Since 2003 TPAF has been working to demonstrate a market-based model of cultural heritage preservation that strengthens the capacity of artisans to preserve their craft making traditions while improving their livelihoods in the process. The Artisan Initiative aims to strengthen the capacity of traditional artisans by:

1) Providing technical production skills training to improve the design, quality, and market appeal of their products

2) Training artisans to better understand evolving market tastes and market trends

3) Expanding markets and providing marketing support for artisans to sell their products locally, regionally, and internationally

Authentic handicrafts made by Tibetan beneficiaries of The Artisan Initiative can be found at www.tibetcraft.com

In 2011, The Artisan Initiative began assisting Palestinian women artisans to improve the quality, design, and market appeal of their traditional embroidered products. 




 
The Artisan Initiative
 
Recent Achievements in 2010-2011

UNESCO Seal of Excellence Award. TPAF supported a group of master artisans and Tibetan product specialists to attend a training workshop organized by UNESCO in Guizhou Province. Two product designs submitted by the group received the "UNESCO Seal of Excellence for Handicrafts Products" award, which is expected to increase product sales, while also giving artisans stronger incentives to continue preserving cultural traditions.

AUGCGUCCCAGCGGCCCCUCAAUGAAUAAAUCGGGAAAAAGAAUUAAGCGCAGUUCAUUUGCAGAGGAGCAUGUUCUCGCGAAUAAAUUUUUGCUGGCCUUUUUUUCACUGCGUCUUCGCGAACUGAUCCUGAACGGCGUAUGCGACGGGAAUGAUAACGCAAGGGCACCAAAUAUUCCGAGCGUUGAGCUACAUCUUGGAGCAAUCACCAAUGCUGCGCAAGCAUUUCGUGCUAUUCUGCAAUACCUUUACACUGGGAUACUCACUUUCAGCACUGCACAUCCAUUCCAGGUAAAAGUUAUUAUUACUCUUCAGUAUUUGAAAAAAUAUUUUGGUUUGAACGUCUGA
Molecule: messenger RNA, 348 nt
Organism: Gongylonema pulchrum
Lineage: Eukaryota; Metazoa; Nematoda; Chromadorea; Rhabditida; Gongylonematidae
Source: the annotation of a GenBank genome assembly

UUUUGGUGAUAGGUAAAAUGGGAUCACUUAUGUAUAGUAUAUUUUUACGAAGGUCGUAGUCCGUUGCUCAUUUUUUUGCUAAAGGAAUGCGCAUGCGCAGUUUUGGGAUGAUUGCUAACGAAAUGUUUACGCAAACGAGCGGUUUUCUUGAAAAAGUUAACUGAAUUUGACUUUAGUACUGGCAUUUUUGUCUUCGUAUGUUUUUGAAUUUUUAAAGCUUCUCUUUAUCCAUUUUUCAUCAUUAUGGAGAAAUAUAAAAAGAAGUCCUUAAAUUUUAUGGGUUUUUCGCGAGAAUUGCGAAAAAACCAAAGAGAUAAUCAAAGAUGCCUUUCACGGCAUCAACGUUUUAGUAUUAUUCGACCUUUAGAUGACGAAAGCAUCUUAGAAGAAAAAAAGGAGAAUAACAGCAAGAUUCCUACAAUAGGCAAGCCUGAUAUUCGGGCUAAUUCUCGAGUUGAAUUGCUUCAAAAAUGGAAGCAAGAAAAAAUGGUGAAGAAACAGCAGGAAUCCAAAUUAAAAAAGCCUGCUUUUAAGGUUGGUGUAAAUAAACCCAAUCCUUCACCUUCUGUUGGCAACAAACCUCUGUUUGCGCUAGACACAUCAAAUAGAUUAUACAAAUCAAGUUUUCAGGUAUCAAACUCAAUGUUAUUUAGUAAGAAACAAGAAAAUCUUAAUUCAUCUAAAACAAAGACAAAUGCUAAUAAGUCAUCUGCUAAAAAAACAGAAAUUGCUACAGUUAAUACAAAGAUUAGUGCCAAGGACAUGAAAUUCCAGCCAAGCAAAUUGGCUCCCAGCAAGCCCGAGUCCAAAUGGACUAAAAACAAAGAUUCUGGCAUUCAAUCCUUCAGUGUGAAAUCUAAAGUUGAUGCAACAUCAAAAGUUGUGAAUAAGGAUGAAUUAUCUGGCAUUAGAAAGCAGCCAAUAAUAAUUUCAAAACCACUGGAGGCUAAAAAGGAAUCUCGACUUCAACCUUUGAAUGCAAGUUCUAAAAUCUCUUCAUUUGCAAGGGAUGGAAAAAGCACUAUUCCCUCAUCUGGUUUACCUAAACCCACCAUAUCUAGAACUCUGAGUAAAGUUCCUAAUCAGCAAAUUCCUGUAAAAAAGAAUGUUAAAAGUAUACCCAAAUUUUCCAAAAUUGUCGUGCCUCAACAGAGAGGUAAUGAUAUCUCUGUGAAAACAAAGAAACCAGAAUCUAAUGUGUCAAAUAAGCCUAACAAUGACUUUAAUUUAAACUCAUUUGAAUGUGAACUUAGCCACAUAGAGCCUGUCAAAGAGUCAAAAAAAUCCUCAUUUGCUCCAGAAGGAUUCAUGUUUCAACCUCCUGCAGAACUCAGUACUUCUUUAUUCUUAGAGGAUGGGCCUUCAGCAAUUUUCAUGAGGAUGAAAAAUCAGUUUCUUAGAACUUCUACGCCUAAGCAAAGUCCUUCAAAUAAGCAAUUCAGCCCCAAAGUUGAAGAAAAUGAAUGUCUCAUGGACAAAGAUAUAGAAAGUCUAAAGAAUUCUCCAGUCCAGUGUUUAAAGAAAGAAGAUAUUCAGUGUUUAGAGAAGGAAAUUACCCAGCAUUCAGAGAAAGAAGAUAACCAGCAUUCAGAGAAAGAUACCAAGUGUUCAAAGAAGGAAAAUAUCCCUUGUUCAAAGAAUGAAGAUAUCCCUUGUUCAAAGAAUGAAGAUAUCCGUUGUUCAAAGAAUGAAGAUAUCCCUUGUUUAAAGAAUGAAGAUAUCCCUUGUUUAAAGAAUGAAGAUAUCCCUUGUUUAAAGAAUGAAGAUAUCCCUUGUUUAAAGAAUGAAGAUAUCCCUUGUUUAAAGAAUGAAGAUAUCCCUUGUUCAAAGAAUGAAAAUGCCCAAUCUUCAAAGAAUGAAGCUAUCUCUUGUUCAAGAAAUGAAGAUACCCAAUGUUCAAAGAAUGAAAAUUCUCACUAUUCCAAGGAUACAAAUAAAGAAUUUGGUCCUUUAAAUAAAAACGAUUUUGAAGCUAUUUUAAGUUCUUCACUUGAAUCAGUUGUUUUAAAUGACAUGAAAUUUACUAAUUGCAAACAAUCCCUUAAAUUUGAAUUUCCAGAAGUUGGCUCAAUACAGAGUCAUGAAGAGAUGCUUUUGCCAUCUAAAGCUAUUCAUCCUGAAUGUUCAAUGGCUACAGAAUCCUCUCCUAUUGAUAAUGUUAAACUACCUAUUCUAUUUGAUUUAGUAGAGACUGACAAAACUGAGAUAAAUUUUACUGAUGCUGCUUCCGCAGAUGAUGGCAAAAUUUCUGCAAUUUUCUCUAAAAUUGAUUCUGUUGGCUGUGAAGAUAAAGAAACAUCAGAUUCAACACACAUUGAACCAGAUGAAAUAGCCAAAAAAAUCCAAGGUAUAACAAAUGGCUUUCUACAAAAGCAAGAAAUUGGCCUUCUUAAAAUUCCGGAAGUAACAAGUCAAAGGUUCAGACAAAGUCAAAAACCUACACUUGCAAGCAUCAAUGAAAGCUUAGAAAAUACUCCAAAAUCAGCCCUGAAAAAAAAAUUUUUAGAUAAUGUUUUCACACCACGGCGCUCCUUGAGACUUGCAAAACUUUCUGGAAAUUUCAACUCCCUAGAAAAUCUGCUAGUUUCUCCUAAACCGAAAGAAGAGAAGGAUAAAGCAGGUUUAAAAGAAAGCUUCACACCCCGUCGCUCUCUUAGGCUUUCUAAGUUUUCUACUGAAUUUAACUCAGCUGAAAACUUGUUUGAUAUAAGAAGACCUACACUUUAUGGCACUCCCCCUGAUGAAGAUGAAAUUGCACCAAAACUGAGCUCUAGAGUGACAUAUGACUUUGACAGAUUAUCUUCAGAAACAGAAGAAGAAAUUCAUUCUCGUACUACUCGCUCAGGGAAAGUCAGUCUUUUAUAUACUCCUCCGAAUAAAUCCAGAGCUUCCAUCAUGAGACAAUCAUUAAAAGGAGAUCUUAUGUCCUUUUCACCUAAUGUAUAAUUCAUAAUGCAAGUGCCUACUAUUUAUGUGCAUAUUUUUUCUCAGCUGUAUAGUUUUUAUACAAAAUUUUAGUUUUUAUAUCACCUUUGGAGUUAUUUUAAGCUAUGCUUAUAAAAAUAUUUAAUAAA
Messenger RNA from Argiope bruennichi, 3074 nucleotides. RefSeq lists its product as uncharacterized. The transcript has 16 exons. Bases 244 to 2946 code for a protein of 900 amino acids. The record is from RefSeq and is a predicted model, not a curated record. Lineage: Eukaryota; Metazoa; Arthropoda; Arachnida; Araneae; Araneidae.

Marketing Support for Tibetan Artisan Products. 96 Tibetan artisan enterprises received over $193,700 from product sales through TPAF supported marketing channels in China and overseas, and the number of overseas distributors selling Tibetan artisan products increased to 84.

Training in Product Design Innovation
. 39 artisans received training in new design innovation as well as marketing support to sell their products. Trainees learned to design and produce new products with Tibetan motifs including painted wood products, puppets, dolls, animal toys, cloth ornaments. Local product design trainers and master tailors were coached by international design specialists to build their capacity to conduct similar trainings independently in the future.

Training in Market Trends. 113 artisans participated in market trends trainings led by a team of Tibetan product development and marketing specialists. Trainings were intended to help artisans better understand buyer tastes and quality expectations, and develop new designs with traditional motifs that appeal to foreign and domestic markets.

Training in Natural Dyeing Techniques. A series of trainings in natural dyeing of wool yarn for traditional blanket and carpet weaving were held for 48 weavers and yarn dyers. Trainees learned to prepare and use natural dyes to produce various colors of wool yarn, how to use mordants and over-dye colors using rhubarb, indigo, madder, and other natural dye ingredients.

Training in Wool Carpet Production. 29 unemployed women from rural villages received 6 months of apprenticeship training in carpet weaving skills, and 9 also benefited from training in other carpet production skills including electric and manual carpet scissoring, border sewing, washing, and yarn dyeing.